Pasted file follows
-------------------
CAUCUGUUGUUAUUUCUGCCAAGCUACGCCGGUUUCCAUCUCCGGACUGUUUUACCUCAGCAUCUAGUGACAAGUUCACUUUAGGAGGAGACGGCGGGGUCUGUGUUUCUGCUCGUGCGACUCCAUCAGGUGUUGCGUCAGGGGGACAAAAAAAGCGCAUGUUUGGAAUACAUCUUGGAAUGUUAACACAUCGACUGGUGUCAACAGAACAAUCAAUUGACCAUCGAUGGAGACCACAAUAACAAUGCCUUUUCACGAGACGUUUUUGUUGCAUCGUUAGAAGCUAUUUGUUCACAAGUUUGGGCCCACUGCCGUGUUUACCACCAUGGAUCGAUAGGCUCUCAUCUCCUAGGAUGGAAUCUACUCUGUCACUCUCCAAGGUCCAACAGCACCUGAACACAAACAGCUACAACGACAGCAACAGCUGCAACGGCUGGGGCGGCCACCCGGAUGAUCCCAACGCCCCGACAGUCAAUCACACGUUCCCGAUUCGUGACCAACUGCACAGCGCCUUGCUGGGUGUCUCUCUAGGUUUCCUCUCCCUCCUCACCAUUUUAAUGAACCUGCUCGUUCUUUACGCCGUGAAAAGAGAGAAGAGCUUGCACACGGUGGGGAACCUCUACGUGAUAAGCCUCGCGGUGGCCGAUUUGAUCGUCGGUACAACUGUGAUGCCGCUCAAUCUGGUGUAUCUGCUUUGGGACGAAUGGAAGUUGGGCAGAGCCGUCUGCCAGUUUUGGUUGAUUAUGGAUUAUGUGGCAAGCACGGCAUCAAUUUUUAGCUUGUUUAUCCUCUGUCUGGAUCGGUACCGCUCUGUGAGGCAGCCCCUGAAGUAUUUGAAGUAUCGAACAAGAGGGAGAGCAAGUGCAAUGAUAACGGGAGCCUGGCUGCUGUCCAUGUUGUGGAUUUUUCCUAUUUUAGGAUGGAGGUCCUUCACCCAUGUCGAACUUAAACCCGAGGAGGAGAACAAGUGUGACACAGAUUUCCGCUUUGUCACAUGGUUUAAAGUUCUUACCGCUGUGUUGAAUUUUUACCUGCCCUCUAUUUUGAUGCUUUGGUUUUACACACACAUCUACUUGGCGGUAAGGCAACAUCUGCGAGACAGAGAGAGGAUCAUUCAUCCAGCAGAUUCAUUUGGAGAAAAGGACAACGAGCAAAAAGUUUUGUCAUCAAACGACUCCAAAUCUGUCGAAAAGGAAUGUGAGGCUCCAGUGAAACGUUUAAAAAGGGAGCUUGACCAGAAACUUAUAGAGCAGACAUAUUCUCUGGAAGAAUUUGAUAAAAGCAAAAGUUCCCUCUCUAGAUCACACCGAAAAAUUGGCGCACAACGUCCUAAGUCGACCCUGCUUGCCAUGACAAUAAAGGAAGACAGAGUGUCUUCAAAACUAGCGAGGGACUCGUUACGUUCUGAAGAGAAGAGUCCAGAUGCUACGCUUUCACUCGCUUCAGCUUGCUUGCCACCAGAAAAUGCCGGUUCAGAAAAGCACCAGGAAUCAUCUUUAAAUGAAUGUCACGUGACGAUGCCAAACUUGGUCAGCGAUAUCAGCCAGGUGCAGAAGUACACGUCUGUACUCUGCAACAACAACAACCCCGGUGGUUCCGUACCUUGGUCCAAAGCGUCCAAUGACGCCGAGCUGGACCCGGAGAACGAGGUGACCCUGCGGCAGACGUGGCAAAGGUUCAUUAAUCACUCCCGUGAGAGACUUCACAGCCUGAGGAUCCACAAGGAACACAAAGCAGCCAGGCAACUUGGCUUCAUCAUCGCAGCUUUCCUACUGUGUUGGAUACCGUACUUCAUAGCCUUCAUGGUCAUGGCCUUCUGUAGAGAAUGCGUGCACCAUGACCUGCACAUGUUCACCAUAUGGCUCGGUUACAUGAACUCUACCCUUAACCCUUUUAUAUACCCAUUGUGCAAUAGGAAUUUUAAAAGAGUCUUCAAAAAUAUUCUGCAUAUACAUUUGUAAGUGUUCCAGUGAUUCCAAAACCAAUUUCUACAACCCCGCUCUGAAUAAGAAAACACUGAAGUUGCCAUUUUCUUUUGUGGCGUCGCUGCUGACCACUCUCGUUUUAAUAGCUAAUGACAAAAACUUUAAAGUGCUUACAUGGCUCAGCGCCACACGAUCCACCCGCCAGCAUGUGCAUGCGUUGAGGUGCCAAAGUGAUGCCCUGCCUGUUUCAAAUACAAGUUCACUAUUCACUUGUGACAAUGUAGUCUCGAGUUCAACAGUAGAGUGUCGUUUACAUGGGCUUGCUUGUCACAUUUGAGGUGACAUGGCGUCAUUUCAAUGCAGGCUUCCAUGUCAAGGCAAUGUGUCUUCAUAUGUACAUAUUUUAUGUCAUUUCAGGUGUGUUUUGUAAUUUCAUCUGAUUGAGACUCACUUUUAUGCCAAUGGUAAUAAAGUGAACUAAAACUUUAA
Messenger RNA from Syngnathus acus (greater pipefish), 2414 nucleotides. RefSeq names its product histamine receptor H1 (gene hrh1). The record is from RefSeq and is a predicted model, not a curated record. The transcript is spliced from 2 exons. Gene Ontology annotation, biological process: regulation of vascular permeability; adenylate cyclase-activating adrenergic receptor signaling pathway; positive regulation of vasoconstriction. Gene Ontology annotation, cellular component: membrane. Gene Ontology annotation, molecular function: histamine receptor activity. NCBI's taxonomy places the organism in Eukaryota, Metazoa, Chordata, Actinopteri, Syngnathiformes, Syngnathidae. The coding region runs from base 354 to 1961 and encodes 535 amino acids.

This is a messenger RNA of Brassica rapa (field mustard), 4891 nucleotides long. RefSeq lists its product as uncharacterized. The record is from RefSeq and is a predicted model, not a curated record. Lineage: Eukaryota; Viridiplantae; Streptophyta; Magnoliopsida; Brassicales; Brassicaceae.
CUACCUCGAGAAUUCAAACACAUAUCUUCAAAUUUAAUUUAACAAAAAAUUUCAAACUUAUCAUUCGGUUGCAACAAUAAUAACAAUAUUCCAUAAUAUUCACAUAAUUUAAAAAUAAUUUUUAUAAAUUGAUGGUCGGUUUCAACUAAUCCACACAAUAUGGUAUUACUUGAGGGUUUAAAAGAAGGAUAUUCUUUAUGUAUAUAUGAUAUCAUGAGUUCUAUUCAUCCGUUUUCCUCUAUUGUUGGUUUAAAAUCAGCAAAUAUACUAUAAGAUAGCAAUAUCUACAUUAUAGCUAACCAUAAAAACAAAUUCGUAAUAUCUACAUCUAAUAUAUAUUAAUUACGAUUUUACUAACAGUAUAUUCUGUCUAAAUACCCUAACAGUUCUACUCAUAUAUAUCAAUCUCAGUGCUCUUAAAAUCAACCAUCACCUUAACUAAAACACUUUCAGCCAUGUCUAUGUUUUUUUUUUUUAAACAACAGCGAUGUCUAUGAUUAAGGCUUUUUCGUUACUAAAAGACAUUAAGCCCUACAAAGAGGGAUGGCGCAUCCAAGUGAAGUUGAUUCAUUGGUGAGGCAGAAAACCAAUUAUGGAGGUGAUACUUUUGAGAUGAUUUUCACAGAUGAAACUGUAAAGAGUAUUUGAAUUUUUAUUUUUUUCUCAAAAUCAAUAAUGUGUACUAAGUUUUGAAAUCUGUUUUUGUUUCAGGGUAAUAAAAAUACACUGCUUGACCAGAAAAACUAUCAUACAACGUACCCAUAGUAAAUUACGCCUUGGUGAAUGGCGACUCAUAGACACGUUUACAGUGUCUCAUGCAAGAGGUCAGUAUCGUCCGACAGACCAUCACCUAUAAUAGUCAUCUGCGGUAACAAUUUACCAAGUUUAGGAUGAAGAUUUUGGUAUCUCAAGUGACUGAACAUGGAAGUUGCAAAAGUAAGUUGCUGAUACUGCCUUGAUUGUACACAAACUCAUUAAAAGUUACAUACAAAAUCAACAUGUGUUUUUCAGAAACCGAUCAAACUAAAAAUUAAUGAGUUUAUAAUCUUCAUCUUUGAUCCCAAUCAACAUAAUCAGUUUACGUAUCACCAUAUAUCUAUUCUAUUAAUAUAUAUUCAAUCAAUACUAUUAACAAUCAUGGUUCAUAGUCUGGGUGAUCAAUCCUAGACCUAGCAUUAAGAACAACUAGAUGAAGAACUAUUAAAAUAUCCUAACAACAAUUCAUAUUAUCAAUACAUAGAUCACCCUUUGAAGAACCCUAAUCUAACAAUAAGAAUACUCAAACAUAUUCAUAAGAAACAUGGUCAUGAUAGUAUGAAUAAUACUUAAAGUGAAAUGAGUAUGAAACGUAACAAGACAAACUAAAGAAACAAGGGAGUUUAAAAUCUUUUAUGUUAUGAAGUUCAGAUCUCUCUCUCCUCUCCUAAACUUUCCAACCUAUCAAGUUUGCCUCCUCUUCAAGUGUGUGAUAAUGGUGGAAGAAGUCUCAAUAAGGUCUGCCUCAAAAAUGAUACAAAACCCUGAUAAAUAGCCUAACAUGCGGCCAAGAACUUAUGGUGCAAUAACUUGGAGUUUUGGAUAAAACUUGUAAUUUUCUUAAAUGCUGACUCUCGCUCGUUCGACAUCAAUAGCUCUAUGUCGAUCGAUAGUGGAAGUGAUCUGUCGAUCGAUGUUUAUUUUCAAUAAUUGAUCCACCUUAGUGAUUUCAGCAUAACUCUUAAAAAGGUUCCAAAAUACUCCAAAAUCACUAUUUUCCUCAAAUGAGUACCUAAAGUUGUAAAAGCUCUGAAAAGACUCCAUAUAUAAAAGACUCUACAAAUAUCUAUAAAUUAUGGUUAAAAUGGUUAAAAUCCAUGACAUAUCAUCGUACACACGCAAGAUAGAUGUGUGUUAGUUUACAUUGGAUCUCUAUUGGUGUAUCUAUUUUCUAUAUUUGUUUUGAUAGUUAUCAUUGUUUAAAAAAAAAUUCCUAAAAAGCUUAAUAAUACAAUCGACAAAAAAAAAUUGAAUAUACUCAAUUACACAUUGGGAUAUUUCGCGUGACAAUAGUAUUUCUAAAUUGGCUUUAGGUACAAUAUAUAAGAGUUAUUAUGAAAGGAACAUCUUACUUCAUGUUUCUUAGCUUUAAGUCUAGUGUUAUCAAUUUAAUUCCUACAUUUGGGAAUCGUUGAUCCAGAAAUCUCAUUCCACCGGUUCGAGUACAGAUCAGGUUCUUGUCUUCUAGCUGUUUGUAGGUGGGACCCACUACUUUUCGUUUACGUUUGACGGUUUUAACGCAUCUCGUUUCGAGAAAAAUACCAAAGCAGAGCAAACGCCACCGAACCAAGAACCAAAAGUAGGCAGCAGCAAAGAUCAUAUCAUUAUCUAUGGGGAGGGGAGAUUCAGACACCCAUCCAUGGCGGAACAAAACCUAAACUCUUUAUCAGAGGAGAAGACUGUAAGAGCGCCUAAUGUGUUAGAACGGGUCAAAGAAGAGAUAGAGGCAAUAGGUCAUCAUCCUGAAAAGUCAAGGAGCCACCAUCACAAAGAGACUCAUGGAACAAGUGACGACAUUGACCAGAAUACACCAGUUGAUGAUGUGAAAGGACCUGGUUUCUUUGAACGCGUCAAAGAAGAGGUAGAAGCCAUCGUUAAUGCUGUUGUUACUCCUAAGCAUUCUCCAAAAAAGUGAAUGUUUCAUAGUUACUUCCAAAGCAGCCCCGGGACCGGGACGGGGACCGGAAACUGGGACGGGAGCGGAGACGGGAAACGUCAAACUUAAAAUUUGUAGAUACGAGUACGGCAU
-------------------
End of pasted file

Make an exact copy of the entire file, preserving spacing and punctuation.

CAUCUGUUGUUAUUUCUGCCAAGCUACGCCGGUUUCCAUCUCCGGACUGUUUUACCUCAGCAUCUAGUGACAAGUUCACUUUAGGAGGAGACGGCGGGGUCUGUGUUUCUGCUCGUGCGACUCCAUCAGGUGUUGCGUCAGGGGGACAAAAAAAGCGCAUGUUUGGAAUACAUCUUGGAAUGUUAACACAUCGACUGGUGUCAACAGAACAAUCAAUUGACCAUCGAUGGAGACCACAAUAACAAUGCCUUUUCACGAGACGUUUUUGUUGCAUCGUUAGAAGCUAUUUGUUCACAAGUUUGGGCCCACUGCCGUGUUUACCACCAUGGAUCGAUAGGCUCUCAUCUCCUAGGAUGGAAUCUACUCUGUCACUCUCCAAGGUCCAACAGCACCUGAACACAAACAGCUACAACGACAGCAACAGCUGCAACGGCUGGGGCGGCCACCCGGAUGAUCCCAACGCCCCGACAGUCAAUCACACGUUCCCGAUUCGUGACCAACUGCACAGCGCCUUGCUGGGUGUCUCUCUAGGUUUCCUCUCCCUCCUCACCAUUUUAAUGAACCUGCUCGUUCUUUACGCCGUGAAAAGAGAGAAGAGCUUGCACACGGUGGGGAACCUCUACGUGAUAAGCCUCGCGGUGGCCGAUUUGAUCGUCGGUACAACUGUGAUGCCGCUCAAUCUGGUGUAUCUGCUUUGGGACGAAUGGAAGUUGGGCAGAGCCGUCUGCCAGUUUUGGUUGAUUAUGGAUUAUGUGGCAAGCACGGCAUCAAUUUUUAGCUUGUUUAUCCUCUGUCUGGAUCGGUACCGCUCUGUGAGGCAGCCCCUGAAGUAUUUGAAGUAUCGAACAAGAGGGAGAGCAAGUGCAAUGAUAACGGGAGCCUGGCUGCUGUCCAUGUUGUGGAUUUUUCCUAUUUUAGGAUGGAGGUCCUUCACCCAUGUCGAACUUAAACCCGAGGAGGAGAACAAGUGUGACACAGAUUUCCGCUUUGUCACAUGGUUUAAAGUUCUUACCGCUGUGUUGAAUUUUUACCUGCCCUCUAUUUUGAUGCUUUGGUUUUACACACACAUCUACUUGGCGGUAAGGCAACAUCUGCGAGACAGAGAGAGGAUCAUUCAUCCAGCAGAUUCAUUUGGAGAAAAGGACAACGAGCAAAAAGUUUUGUCAUCAAACGACUCCAAAUCUGUCGAAAAGGAAUGUGAGGCUCCAGUGAAACGUUUAAAAAGGGAGCUUGACCAGAAACUUAUAGAGCAGACAUAUUCUCUGGAAGAAUUUGAUAAAAGCAAAAGUUCCCUCUCUAGAUCACACCGAAAAAUUGGCGCACAACGUCCUAAGUCGACCCUGCUUGCCAUGACAAUAAAGGAAGACAGAGUGUCUUCAAAACUAGCGAGGGACUCGUUACGUUCUGAAGAGAAGAGUCCAGAUGCUACGCUUUCACUCGCUUCAGCUUGCUUGCCACCAGAAAAUGCCGGUUCAGAAAAGCACCAGGAAUCAUCUUUAAAUGAAUGUCACGUGACGAUGCCAAACUUGGUCAGCGAUAUCAGCCAGGUGCAGAAGUACACGUCUGUACUCUGCAACAACAACAACCCCGGUGGUUCCGUACCUUGGUCCAAAGCGUCCAAUGACGCCGAGCUGGACCCGGAGAACGAGGUGACCCUGCGGCAGACGUGGCAAAGGUUCAUUAAUCACUCCCGUGAGAGACUUCACAGCCUGAGGAUCCACAAGGAACACAAAGCAGCCAGGCAACUUGGCUUCAUCAUCGCAGCUUUCCUACUGUGUUGGAUACCGUACUUCAUAGCCUUCAUGGUCAUGGCCUUCUGUAGAGAAUGCGUGCACCAUGACCUGCACAUGUUCACCAUAUGGCUCGGUUACAUGAACUCUACCCUUAACCCUUUUAUAUACCCAUUGUGCAAUAGGAAUUUUAAAAGAGUCUUCAAAAAUAUUCUGCAUAUACAUUUGUAAGUGUUCCAGUGAUUCCAAAACCAAUUUCUACAACCCCGCUCUGAAUAAGAAAACACUGAAGUUGCCAUUUUCUUUUGUGGCGUCGCUGCUGACCACUCUCGUUUUAAUAGCUAAUGACAAAAACUUUAAAGUGCUUACAUGGCUCAGCGCCACACGAUCCACCCGCCAGCAUGUGCAUGCGUUGAGGUGCCAAAGUGAUGCCCUGCCUGUUUCAAAUACAAGUUCACUAUUCACUUGUGACAAUGUAGUCUCGAGUUCAACAGUAGAGUGUCGUUUACAUGGGCUUGCUUGUCACAUUUGAGGUGACAUGGCGUCAUUUCAAUGCAGGCUUCCAUGUCAAGGCAAUGUGUCUUCAUAUGUACAUAUUUUAUGUCAUUUCAGGUGUGUUUUGUAAUUUCAUCUGAUUGAGACUCACUUUUAUGCCAAUGGUAAUAAAGUGAACUAAAACUUUAA
Messenger RNA from Syngnathus acus (greater pipefish), 2414 nucleotides. RefSeq names its product histamine receptor H1 (gene hrh1). The record is from RefSeq and is a predicted model, not a curated record. The transcript is spliced from 2 exons. Gene Ontology annotation, biological process: regulation of vascular permeability; adenylate cyclase-activating adrenergic receptor signaling pathway; positive regulation of vasoconstriction. Gene Ontology annotation, cellular component: membrane. Gene Ontology annotation, molecular function: histamine receptor activity. NCBI's taxonomy places the organism in Eukaryota, Metazoa, Chordata, Actinopteri, Syngnathiformes, Syngnathidae. The coding region runs from base 354 to 1961 and encodes 535 amino acids.

This is a messenger RNA of Brassica rapa (field mustard), 4891 nucleotides long. RefSeq lists its product as uncharacterized. The record is from RefSeq and is a predicted model, not a curated record. Lineage: Eukaryota; Viridiplantae; Streptophyta; Magnoliopsida; Brassicales; Brassicaceae.
CUACCUCGAGAAUUCAAACACAUAUCUUCAAAUUUAAUUUAACAAAAAAUUUCAAACUUAUCAUUCGGUUGCAACAAUAAUAACAAUAUUCCAUAAUAUUCACAUAAUUUAAAAAUAAUUUUUAUAAAUUGAUGGUCGGUUUCAACUAAUCCACACAAUAUGGUAUUACUUGAGGGUUUAAAAGAAGGAUAUUCUUUAUGUAUAUAUGAUAUCAUGAGUUCUAUUCAUCCGUUUUCCUCUAUUGUUGGUUUAAAAUCAGCAAAUAUACUAUAAGAUAGCAAUAUCUACAUUAUAGCUAACCAUAAAAACAAAUUCGUAAUAUCUACAUCUAAUAUAUAUUAAUUACGAUUUUACUAACAGUAUAUUCUGUCUAAAUACCCUAACAGUUCUACUCAUAUAUAUCAAUCUCAGUGCUCUUAAAAUCAACCAUCACCUUAACUAAAACACUUUCAGCCAUGUCUAUGUUUUUUUUUUUUAAACAACAGCGAUGUCUAUGAUUAAGGCUUUUUCGUUACUAAAAGACAUUAAGCCCUACAAAGAGGGAUGGCGCAUCCAAGUGAAGUUGAUUCAUUGGUGAGGCAGAAAACCAAUUAUGGAGGUGAUACUUUUGAGAUGAUUUUCACAGAUGAAACUGUAAAGAGUAUUUGAAUUUUUAUUUUUUUCUCAAAAUCAAUAAUGUGUACUAAGUUUUGAAAUCUGUUUUUGUUUCAGGGUAAUAAAAAUACACUGCUUGACCAGAAAAACUAUCAUACAACGUACCCAUAGUAAAUUACGCCUUGGUGAAUGGCGACUCAUAGACACGUUUACAGUGUCUCAUGCAAGAGGUCAGUAUCGUCCGACAGACCAUCACCUAUAAUAGUCAUCUGCGGUAACAAUUUACCAAGUUUAGGAUGAAGAUUUUGGUAUCUCAAGUGACUGAACAUGGAAGUUGCAAAAGUAAGUUGCUGAUACUGCCUUGAUUGUACACAAACUCAUUAAAAGUUACAUACAAAAUCAACAUGUGUUUUUCAGAAACCGAUCAAACUAAAAAUUAAUGAGUUUAUAAUCUUCAUCUUUGAUCCCAAUCAACAUAAUCAGUUUACGUAUCACCAUAUAUCUAUUCUAUUAAUAUAUAUUCAAUCAAUACUAUUAACAAUCAUGGUUCAUAGUCUGGGUGAUCAAUCCUAGACCUAGCAUUAAGAACAACUAGAUGAAGAACUAUUAAAAUAUCCUAACAACAAUUCAUAUUAUCAAUACAUAGAUCACCCUUUGAAGAACCCUAAUCUAACAAUAAGAAUACUCAAACAUAUUCAUAAGAAACAUGGUCAUGAUAGUAUGAAUAAUACUUAAAGUGAAAUGAGUAUGAAACGUAACAAGACAAACUAAAGAAACAAGGGAGUUUAAAAUCUUUUAUGUUAUGAAGUUCAGAUCUCUCUCUCCUCUCCUAAACUUUCCAACCUAUCAAGUUUGCCUCCUCUUCAAGUGUGUGAUAAUGGUGGAAGAAGUCUCAAUAAGGUCUGCCUCAAAAAUGAUACAAAACCCUGAUAAAUAGCCUAACAUGCGGCCAAGAACUUAUGGUGCAAUAACUUGGAGUUUUGGAUAAAACUUGUAAUUUUCUUAAAUGCUGACUCUCGCUCGUUCGACAUCAAUAGCUCUAUGUCGAUCGAUAGUGGAAGUGAUCUGUCGAUCGAUGUUUAUUUUCAAUAAUUGAUCCACCUUAGUGAUUUCAGCAUAACUCUUAAAAAGGUUCCAAAAUACUCCAAAAUCACUAUUUUCCUCAAAUGAGUACCUAAAGUUGUAAAAGCUCUGAAAAGACUCCAUAUAUAAAAGACUCUACAAAUAUCUAUAAAUUAUGGUUAAAAUGGUUAAAAUCCAUGACAUAUCAUCGUACACACGCAAGAUAGAUGUGUGUUAGUUUACAUUGGAUCUCUAUUGGUGUAUCUAUUUUCUAUAUUUGUUUUGAUAGUUAUCAUUGUUUAAAAAAAAAUUCCUAAAAAGCUUAAUAAUACAAUCGACAAAAAAAAAUUGAAUAUACUCAAUUACACAUUGGGAUAUUUCGCGUGACAAUAGUAUUUCUAAAUUGGCUUUAGGUACAAUAUAUAAGAGUUAUUAUGAAAGGAACAUCUUACUUCAUGUUUCUUAGCUUUAAGUCUAGUGUUAUCAAUUUAAUUCCUACAUUUGGGAAUCGUUGAUCCAGAAAUCUCAUUCCACCGGUUCGAGUACAGAUCAGGUUCUUGUCUUCUAGCUGUUUGUAGGUGGGACCCACUACUUUUCGUUUACGUUUGACGGUUUUAACGCAUCUCGUUUCGAGAAAAAUACCAAAGCAGAGCAAACGCCACCGAACCAAGAACCAAAAGUAGGCAGCAGCAAAGAUCAUAUCAUUAUCUAUGGGGAGGGGAGAUUCAGACACCCAUCCAUGGCGGAACAAAACCUAAACUCUUUAUCAGAGGAGAAGACUGUAAGAGCGCCUAAUGUGUUAGAACGGGUCAAAGAAGAGAUAGAGGCAAUAGGUCAUCAUCCUGAAAAGUCAAGGAGCCACCAUCACAAAGAGACUCAUGGAACAAGUGACGACAUUGACCAGAAUACACCAGUUGAUGAUGUGAAAGGACCUGGUUUCUUUGAACGCGUCAAAGAAGAGGUAGAAGCCAUCGUUAAUGCUGUUGUUACUCCUAAGCAUUCUCCAAAAAAGUGAAUGUUUCAUAGUUACUUCCAAAGCAGCCCCGGGACCGGGACGGGGACCGGAAACUGGGACGGGAGCGGAGACGGGAAACGUCAAACUUAAAAUUUGUAGAUACGAGUACGGCAU